module load esslurm
sacctmgr show assoc user=$USER -p

which will print to screen any accounts you can submit jobs with and the allowed QOSes for the jobs. If your user account is associated with several job accounts, you'll probably want to use something like sacctmgr show assoc user=$USER -p | grep gpu to search the output.

GPU nodes are 'shared' by default

Slurm's default behavior on the 'normal' compute nodes on Cori and Edison is to reserve each compute node entirely for yourself; every node in your job allocation is exclusively yours. However, on the GPU nodes, the default behavior is the opposite - the default behavior is to share the nodes in your job allocation with other users. If you need to reserve all CPU resources on a node for yourself, you can specify the --exclusive option in your Slurm script invocation.

Although sharing nodes reduces the likelihood that you will need to wait for a node to become available, users of shared nodes may encounter signficant performance variability due to other concurrent activity on the node, particularly if PCI traffic (CPU <-> GPU memory bandwidth and network bandwidth) comprises a significant portion of an application's performance. This is because the GPU nodes do not have enough PCI bandwidth to service all PCI connections at full speed.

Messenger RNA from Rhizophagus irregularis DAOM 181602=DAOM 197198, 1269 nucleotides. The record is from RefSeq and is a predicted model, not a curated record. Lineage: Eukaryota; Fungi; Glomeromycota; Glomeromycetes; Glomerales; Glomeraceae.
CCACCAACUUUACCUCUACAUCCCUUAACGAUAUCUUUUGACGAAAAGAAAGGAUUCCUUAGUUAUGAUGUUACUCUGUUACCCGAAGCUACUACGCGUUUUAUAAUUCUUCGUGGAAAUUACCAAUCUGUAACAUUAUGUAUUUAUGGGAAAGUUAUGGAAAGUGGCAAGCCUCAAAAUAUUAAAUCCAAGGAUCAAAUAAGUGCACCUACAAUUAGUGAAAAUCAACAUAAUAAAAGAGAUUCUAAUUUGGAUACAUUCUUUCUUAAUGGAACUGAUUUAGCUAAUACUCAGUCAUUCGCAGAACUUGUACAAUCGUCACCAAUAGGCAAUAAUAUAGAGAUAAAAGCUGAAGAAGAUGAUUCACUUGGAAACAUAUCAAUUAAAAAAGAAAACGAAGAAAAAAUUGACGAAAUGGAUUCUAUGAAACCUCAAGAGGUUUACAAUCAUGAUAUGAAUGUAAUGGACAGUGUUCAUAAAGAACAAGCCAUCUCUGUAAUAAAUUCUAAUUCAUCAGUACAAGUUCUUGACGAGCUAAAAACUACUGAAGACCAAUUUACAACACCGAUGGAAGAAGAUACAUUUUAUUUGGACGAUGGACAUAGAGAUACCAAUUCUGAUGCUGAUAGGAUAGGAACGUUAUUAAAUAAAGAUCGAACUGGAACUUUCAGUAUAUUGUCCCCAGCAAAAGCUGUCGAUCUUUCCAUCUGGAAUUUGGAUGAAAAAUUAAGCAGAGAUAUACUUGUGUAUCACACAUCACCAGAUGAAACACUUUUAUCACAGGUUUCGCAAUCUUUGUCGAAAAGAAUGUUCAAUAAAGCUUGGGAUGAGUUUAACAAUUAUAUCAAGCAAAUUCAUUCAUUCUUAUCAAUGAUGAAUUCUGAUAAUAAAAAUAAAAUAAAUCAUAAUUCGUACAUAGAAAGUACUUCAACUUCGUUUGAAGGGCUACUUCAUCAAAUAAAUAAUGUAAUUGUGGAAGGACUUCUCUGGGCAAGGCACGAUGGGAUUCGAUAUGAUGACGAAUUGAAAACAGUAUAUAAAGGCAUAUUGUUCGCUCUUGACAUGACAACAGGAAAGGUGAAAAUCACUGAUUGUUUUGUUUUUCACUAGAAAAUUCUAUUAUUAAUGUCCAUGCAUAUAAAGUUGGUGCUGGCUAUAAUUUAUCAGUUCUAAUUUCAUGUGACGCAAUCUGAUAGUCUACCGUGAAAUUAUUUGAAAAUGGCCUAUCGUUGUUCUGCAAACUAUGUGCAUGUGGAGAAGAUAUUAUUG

Use only what you need

There are only 18 GPU nodes to satisfy the development needs of many NERSC users. If you need all CPUs and GPUs on a given number of GPU nodes for your work, you should use them. But if you only need a single GPU and a single physical core, please be mindful of others and do not reserve the entire node for yourself.

Jupyter access

Cori GPU nodes may also be accessed using NERSC's JupyterHub service, which is documented here. After logging into JuypterHub using Iris credentials, one may start a Jupyter notebook which will have access to a GPU by clicking the "start" button under the column labeled "Shared GPU Node."

JupyterHub sessions may time out at startup

When all of Cori GPU's GPUs are allocated to other jobs, Jupyter sessions will be unable to start, as they always request a GPU when the notebook is allocted to the cluster. The "Spawning server" window will not progress, and after a few minutes will time out. This behavior is expected - one must simply wait until GPUs are available on the cluster before starting a Jupyter notebook.